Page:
The National Family Support Technical Assistance Center (NFSTAC) is committed to ensuring that technical assistance activities are both effective and relevant to real family experiences. NFSTAC will receive guidance from a National Advisory Board that is comprised of family members with lived experience as primary caregivers of children who experience mental health and substance use challenges during their lifetime
and individuals in recovery.
In addition to their personal lived experience, these national experts represent an exemplary peer workforce that includes researchers, educators, and providers/clinicians. The board meets quarterly to assist in prioritizing the technical assistance needs of the national family support community. The board also assesses evaluation outcomes and data to advise on continuous quality improvement (CQI). Semi-annual, annual,
and final reports are reviewed, as required by SAMHSA.
Please Meet Our National Advisory Board
Greg Dicharry (Louisiana)
Greg Dicharry is the national youth empowerment director at Magellan Health, who in his spare time produces and directs mental health related documentary films to reduce stigma and help others find recovery. He co-directed and produced the 2018 award winning film Suicide the Ripple Effect, and has recently completed a new documentary feature, My Ascension, which focuses on youth suicide prevention and received a 2020 MHA Media Award. Greg has been awarded numerous prestigious national awards including the 2017 National Federation of Families Appreciation Award.
In 2008, Greg developed the MY LIFE (Magellan Youth Leaders Inspiring Future Empowerment) program, which is one of the nation's leading programs for youth who experience mental health, substance use and/or foster care- related challenges. Since establishing MY LIFE in Arizona, Greg has worked with communities in Pennsylvania, Florida, Louisiana, Nebraska and Wyoming to implement 20 additional MY LIFE programs, which have impacted thousands of youth participants.
Greg was introduced to the world of mental health while living in Hollywood pursuing his dream of working in the entertainment industry. It was there he experienced his first manic episode while directing a music video and was hospitalized and diagnosed with co-occurring bipolar and substance use disorders. In 2004, Greg became committed to recovery and completed a certified peer support training program. Soon after, he was hired to oversee that same program and trained over 100 individuals to work as peer support specialists. He also started 12-step recovery groups at the Arizona State Mental Hospital Forensic Unit and at two juvenile detention centers in Arizona.
Claudette Fette, Ph.D., OTR, CRC (Texas)
Claudette Fette started her journey in mental health as a family member. She has been a long-time mental health advocate and became an occupational therapist to better support people living with mental illness in the community when her oldest son landed on the streets at 15 years old.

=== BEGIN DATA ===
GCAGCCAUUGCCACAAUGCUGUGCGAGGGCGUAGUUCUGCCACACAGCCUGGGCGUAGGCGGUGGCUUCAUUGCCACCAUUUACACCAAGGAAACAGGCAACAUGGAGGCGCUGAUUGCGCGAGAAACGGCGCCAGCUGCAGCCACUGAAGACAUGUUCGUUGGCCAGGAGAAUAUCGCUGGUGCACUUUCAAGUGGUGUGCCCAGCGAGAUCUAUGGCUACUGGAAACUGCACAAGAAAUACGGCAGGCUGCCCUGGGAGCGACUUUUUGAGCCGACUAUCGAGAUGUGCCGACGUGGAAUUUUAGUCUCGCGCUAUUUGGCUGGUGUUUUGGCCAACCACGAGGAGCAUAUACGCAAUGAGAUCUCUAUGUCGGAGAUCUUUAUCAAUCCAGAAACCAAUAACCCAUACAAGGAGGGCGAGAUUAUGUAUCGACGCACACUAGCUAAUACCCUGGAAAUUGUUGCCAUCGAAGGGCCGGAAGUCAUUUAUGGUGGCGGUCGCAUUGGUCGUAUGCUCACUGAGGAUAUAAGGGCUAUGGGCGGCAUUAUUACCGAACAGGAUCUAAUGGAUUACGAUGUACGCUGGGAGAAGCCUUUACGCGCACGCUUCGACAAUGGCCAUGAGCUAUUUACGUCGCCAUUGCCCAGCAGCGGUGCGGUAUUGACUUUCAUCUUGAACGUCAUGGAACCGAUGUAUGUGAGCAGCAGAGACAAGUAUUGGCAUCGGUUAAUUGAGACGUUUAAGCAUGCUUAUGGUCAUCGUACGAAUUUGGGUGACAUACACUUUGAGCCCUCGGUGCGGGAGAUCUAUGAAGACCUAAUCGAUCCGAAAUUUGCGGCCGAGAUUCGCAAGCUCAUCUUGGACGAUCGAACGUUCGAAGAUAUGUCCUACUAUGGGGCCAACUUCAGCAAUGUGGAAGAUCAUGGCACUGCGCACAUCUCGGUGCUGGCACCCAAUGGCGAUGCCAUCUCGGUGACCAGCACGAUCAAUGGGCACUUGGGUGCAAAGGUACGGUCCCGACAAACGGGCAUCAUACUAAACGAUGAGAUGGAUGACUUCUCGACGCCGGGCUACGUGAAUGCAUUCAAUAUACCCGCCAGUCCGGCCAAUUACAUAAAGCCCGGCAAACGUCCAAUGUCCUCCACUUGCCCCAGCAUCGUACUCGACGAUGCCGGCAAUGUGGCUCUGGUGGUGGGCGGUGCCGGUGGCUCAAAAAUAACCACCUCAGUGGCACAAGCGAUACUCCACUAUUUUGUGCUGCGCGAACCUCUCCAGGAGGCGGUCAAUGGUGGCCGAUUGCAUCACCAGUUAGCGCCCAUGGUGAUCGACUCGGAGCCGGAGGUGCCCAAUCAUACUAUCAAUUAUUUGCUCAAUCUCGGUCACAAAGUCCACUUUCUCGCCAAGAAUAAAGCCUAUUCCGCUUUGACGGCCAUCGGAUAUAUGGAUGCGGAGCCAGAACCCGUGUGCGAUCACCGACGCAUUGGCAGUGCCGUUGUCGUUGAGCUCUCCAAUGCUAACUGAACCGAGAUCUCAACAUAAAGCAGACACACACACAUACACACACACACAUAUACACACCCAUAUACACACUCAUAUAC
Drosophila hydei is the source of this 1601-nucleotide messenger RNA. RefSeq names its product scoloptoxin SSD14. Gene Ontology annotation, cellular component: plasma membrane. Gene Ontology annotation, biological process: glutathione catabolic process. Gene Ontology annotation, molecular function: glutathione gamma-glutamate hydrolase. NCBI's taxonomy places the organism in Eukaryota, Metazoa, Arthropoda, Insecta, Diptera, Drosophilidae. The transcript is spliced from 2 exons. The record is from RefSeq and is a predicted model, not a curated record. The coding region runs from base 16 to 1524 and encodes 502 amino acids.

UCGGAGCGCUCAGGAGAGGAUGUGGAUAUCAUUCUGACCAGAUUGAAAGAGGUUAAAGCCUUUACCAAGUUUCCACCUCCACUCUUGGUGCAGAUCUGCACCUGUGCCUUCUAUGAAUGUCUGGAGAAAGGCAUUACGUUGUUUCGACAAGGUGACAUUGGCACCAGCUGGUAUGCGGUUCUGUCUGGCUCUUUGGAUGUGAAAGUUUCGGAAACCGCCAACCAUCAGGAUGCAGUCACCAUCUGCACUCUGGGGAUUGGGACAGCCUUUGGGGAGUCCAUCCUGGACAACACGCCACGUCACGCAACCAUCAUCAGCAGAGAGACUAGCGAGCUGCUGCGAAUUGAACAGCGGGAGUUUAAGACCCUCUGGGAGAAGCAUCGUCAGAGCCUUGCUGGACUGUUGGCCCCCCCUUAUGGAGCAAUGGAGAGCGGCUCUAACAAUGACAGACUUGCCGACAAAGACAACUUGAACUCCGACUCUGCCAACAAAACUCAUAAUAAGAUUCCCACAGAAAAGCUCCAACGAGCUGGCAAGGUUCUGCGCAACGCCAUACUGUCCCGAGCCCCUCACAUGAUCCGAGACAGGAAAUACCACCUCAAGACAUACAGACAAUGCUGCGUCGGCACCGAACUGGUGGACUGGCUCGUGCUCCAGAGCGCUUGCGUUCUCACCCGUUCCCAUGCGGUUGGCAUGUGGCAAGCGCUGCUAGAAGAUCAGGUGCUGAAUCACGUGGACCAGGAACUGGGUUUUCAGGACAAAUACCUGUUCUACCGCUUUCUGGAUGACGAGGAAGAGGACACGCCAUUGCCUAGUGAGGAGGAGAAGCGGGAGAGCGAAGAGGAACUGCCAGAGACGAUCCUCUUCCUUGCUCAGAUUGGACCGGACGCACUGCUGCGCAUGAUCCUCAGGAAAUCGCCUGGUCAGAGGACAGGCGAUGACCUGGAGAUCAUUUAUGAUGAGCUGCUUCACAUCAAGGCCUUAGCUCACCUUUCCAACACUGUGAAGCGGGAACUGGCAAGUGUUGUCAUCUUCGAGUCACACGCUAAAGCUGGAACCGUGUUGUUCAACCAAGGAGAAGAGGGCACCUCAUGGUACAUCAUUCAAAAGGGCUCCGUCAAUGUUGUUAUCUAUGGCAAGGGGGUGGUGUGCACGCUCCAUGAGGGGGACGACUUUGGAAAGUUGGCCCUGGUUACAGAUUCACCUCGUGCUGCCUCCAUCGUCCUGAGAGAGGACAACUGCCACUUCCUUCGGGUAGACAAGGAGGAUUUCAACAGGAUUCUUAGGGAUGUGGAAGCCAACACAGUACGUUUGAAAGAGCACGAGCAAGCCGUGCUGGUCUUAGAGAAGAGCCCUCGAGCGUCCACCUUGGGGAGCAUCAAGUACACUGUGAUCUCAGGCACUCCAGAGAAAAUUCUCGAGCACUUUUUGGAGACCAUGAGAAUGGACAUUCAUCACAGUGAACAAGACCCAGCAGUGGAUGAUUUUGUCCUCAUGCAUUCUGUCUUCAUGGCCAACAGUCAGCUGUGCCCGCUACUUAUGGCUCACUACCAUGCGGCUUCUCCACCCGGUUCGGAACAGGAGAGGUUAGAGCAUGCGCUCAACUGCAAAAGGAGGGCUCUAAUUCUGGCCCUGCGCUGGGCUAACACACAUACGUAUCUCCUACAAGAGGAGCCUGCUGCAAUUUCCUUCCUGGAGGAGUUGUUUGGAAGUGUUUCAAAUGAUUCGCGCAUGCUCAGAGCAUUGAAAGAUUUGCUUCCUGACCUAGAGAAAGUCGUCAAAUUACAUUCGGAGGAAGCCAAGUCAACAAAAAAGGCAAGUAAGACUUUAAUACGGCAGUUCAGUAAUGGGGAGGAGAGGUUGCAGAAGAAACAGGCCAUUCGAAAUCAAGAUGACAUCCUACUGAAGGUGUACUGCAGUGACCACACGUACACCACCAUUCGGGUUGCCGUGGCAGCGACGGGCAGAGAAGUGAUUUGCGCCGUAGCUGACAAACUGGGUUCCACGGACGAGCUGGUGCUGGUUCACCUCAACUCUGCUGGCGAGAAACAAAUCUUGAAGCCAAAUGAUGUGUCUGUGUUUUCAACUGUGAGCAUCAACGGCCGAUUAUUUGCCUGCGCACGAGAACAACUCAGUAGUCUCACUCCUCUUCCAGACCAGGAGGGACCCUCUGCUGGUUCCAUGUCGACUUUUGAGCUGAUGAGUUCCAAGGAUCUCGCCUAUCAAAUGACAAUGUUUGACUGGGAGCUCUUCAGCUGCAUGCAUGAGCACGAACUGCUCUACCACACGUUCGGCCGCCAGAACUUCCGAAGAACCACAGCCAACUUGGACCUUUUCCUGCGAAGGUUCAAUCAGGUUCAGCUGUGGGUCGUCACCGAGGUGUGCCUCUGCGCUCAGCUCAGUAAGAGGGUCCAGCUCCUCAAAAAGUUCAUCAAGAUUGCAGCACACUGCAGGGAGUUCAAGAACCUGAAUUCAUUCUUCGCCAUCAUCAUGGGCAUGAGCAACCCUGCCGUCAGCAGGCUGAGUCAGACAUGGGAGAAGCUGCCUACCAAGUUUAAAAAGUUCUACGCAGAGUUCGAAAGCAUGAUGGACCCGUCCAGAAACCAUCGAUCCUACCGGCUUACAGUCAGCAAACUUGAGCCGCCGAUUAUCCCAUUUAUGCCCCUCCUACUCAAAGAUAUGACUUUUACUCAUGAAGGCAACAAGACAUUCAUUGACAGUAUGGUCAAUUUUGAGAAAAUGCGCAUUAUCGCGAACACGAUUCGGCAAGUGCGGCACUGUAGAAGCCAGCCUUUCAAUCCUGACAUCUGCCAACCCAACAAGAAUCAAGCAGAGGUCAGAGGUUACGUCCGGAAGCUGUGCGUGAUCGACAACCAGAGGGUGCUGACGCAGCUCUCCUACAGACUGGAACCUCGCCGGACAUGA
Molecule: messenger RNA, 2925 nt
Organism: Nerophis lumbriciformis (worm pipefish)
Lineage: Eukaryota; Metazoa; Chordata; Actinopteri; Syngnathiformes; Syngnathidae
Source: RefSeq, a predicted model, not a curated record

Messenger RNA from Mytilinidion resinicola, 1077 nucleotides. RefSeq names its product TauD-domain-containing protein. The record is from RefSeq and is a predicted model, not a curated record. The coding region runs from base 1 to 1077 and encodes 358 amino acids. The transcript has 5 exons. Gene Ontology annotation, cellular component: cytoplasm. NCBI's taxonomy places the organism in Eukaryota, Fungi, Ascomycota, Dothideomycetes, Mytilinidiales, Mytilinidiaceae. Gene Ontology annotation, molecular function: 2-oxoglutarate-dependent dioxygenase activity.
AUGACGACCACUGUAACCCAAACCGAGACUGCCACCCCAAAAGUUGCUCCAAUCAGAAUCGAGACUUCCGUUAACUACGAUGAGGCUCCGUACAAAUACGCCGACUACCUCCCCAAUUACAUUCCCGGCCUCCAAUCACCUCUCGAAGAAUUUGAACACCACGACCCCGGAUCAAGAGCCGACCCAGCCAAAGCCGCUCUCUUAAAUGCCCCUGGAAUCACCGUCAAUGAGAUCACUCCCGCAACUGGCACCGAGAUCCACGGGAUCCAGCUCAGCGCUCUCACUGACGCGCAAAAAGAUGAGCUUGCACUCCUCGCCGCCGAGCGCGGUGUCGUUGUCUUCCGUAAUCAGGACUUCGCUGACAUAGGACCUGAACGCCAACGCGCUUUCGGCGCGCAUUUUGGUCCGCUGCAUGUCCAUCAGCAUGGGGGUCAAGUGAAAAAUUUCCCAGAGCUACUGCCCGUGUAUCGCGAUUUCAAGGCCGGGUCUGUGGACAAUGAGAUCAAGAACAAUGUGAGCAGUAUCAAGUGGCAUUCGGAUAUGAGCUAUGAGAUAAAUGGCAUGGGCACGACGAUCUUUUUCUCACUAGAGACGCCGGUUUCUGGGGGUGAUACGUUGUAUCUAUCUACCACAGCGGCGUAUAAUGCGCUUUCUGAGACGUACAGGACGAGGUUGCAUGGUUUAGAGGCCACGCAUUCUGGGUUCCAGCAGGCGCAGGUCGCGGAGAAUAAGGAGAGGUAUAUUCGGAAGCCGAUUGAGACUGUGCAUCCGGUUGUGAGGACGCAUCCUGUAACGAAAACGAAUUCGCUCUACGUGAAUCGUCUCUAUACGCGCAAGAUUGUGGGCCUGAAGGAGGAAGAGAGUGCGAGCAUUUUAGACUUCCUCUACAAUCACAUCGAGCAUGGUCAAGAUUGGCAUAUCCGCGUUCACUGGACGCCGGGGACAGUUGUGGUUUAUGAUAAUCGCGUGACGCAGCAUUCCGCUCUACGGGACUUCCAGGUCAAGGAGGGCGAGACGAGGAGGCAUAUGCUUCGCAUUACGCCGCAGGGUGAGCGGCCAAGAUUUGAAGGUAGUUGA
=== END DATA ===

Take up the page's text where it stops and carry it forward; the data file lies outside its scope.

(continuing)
Today, she teaches occupational therapy at Texas Woman’s University and actively supports mental health across the lifespan at local, state and national levels. She is active in community mental health practice and is board chair for Federation of Families – Texas. She is writing a book with her son about their experiences and better alternatives and is sharing resources for making better choices to support families: www.aaron-voices.com.
Jane Kallal (Arizona)
In 2000, Jane Kallal, a parent leader for children’s behavioral and physical health needs, became instrumental in transforming the Children’s Behavioral Health System in Arizona, which led to the foundation of Arizona Children’s System of Care. In 2002, she founded the Family Involvement Center (FIC) in Phoenix, Arizona, and as the Executive Director, she has been a leader in system transformation, creating strategic partnerships with local, regional and state child-serving systems. In recent years, Jane has expanded the scope of services offered by FIC to include care coordination services for adults across the lifespan, and their family members or “family of choice.”
Henry Moore (Mississippi)
Henry Moore is the Director of Family-Driven Practice at Families as Allies, the State Chapter of the National Federation of Families. Henry is a former teacher and received his B.S. in Special Education from Jackson State University and is interested in promoting national family support.
In August 2020, Henry was named Coordinator of the Hinds County Making a Plan (MAP) Team. The MAP Team is a multidisciplinary team of families, parent peer support specialists, mental health providers, state agencies, local school districts and community members who support families of children birth to 21 with a serious emotional disturbance or dually diagnosed with an intellectual/developmental disability or alcohol/drug usage.